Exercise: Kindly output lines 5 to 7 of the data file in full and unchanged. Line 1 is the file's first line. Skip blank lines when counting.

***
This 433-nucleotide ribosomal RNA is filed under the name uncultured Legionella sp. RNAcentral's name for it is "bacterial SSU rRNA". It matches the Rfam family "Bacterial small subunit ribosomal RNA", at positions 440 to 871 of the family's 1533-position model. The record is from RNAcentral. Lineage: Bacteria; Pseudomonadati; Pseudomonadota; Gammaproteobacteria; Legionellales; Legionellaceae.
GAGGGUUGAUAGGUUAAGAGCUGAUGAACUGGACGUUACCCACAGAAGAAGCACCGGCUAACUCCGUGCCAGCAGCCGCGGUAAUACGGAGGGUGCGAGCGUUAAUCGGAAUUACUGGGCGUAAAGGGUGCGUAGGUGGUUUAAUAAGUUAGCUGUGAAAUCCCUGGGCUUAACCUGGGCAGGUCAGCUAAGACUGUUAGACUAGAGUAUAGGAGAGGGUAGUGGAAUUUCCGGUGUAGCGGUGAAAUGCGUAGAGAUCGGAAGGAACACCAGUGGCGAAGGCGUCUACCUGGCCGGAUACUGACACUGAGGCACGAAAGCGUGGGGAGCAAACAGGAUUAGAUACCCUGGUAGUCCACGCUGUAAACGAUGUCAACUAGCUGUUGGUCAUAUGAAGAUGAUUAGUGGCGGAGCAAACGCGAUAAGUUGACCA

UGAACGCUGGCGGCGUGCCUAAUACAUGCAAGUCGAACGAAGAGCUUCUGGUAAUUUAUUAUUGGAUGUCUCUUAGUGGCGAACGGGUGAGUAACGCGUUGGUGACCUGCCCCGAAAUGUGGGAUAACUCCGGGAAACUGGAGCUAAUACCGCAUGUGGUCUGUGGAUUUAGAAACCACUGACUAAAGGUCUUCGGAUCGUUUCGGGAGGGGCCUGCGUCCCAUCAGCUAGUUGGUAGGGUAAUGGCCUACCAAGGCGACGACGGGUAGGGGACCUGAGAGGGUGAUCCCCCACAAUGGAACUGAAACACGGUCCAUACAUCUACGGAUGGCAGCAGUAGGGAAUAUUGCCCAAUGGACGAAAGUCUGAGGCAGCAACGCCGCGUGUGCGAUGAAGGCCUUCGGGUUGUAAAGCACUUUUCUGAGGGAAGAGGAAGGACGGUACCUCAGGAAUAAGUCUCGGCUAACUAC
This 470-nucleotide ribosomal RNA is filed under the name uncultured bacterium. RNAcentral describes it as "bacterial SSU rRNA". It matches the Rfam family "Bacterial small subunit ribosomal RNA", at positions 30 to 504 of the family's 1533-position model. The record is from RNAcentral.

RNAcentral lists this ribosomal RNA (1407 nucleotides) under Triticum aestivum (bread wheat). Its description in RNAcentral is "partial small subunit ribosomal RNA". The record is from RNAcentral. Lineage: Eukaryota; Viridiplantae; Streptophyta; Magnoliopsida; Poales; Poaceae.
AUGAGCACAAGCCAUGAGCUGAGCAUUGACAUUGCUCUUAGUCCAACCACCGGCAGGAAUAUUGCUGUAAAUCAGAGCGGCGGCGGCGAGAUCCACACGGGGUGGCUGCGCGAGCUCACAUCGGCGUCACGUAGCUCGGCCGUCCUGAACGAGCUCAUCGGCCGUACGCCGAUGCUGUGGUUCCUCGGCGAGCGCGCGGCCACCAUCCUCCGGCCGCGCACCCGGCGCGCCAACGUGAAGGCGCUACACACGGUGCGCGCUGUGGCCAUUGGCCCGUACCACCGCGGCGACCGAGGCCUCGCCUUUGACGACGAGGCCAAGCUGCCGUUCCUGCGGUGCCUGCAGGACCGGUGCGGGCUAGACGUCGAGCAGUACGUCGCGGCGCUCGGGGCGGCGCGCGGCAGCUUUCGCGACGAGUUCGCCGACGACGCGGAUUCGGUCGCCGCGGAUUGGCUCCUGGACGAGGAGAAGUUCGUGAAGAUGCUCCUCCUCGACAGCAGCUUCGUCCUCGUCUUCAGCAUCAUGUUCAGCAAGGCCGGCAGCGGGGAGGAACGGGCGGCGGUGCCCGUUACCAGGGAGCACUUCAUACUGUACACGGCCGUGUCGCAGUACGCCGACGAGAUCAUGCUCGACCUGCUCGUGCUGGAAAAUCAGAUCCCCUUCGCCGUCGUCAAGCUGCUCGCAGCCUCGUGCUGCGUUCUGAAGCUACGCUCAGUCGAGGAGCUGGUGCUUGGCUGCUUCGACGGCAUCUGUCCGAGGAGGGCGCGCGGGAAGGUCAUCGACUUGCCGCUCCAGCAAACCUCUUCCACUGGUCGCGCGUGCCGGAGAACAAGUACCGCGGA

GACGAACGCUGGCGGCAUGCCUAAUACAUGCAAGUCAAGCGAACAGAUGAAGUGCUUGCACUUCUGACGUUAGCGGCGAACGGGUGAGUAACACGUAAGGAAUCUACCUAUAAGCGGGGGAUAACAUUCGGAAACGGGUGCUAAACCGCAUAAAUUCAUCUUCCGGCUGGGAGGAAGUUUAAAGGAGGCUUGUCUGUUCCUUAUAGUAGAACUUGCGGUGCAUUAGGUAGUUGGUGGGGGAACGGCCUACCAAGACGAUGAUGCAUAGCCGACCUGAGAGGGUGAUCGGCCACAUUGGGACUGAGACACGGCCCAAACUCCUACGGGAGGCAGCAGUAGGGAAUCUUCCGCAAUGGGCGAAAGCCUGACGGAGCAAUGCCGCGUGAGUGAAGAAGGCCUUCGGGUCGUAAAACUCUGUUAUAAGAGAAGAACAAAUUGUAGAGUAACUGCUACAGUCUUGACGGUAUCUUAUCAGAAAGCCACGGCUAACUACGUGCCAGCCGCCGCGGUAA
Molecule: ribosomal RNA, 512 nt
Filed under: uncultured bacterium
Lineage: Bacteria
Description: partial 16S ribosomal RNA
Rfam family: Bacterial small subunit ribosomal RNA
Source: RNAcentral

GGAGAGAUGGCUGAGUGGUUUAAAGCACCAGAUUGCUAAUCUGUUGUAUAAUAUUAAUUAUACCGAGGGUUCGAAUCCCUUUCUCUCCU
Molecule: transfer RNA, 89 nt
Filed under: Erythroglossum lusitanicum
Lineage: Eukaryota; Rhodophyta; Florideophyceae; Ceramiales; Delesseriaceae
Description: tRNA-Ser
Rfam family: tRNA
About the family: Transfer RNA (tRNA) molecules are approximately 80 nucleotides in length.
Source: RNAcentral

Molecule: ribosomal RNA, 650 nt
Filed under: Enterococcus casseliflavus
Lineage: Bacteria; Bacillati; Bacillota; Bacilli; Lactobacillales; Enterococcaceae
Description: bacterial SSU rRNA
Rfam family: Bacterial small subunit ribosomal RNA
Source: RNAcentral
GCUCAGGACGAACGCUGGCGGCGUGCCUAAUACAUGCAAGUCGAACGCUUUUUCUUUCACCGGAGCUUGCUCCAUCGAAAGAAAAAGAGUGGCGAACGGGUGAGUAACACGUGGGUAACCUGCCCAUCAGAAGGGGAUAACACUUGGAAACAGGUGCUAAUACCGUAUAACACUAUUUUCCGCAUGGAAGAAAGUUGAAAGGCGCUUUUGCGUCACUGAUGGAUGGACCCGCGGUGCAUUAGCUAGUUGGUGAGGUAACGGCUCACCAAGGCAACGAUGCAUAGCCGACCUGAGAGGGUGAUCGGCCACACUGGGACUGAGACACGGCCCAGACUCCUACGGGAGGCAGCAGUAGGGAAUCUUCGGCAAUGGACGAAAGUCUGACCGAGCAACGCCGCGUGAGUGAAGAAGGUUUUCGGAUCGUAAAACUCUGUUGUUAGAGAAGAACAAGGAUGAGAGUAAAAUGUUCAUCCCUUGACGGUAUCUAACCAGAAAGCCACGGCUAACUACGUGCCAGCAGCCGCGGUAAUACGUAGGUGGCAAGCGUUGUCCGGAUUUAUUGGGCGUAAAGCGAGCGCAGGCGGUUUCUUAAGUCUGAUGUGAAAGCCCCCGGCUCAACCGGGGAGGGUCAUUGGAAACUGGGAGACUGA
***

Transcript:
RNAcentral lists this ribosomal RNA (1407 nucleotides) under Triticum aestivum (bread wheat). Its description in RNAcentral is "partial small subunit ribosomal RNA". The record is from RNAcentral. Lineage: Eukaryota; Viridiplantae; Streptophyta; Magnoliopsida; Poales; Poaceae.
AUGAGCACAAGCCAUGAGCUGAGCAUUGACAUUGCUCUUAGUCCAACCACCGGCAGGAAUAUUGCUGUAAAUCAGAGCGGCGGCGGCGAGAUCCACACGGGGUGGCUGCGCGAGCUCACAUCGGCGUCACGUAGCUCGGCCGUCCUGAACGAGCUCAUCGGCCGUACGCCGAUGCUGUGGUUCCUCGGCGAGCGCGCGGCCACCAUCCUCCGGCCGCGCACCCGGCGCGCCAACGUGAAGGCGCUACACACGGUGCGCGCUGUGGCCAUUGGCCCGUACCACCGCGGCGACCGAGGCCUCGCCUUUGACGACGAGGCCAAGCUGCCGUUCCUGCGGUGCCUGCAGGACCGGUGCGGGCUAGACGUCGAGCAGUACGUCGCGGCGCUCGGGGCGGCGCGCGGCAGCUUUCGCGACGAGUUCGCCGACGACGCGGAUUCGGUCGCCGCGGAUUGGCUCCUGGACGAGGAGAAGUUCGUGAAGAUGCUCCUCCUCGACAGCAGCUUCGUCCUCGUCUUCAGCAUCAUGUUCAGCAAGGCCGGCAGCGGGGAGGAACGGGCGGCGGUGCCCGUUACCAGGGAGCACUUCAUACUGUACACGGCCGUGUCGCAGUACGCCGACGAGAUCAUGCUCGACCUGCUCGUGCUGGAAAAUCAGAUCCCCUUCGCCGUCGUCAAGCUGCUCGCAGCCUCGUGCUGCGUUCUGAAGCUACGCUCAGUCGAGGAGCUGGUGCUUGGCUGCUUCGACGGCAUCUGUCCGAGGAGGGCGCGCGGGAAGGUCAUCGACUUGCCGCUCCAGCAAACCUCUUCCACUGGUCGCGCGUGCCGGAGAACAAGUACCGCGGA

GACGAACGCUGGCGGCAUGCCUAAUACAUGCAAGUCAAGCGAACAGAUGAAGUGCUUGCACUUCUGACGUUAGCGGCGAACGGGUGAGUAACACGUAAGGAAUCUACCUAUAAGCGGGGGAUAACAUUCGGAAACGGGUGCUAAACCGCAUAAAUUCAUCUUCCGGCUGGGAGGAAGUUUAAAGGAGGCUUGUCUGUUCCUUAUAGUAGAACUUGCGGUGCAUUAGGUAGUUGGUGGGGGAACGGCCUACCAAGACGAUGAUGCAUAGCCGACCUGAGAGGGUGAUCGGCCACAUUGGGACUGAGACACGGCCCAAACUCCUACGGGAGGCAGCAGUAGGGAAUCUUCCGCAAUGGGCGAAAGCCUGACGGAGCAAUGCCGCGUGAGUGAAGAAGGCCUUCGGGUCGUAAAACUCUGUUAUAAGAGAAGAACAAAUUGUAGAGUAACUGCUACAGUCUUGACGGUAUCUUAUCAGAAAGCCACGGCUAACUACGUGCCAGCCGCCGCGGUAA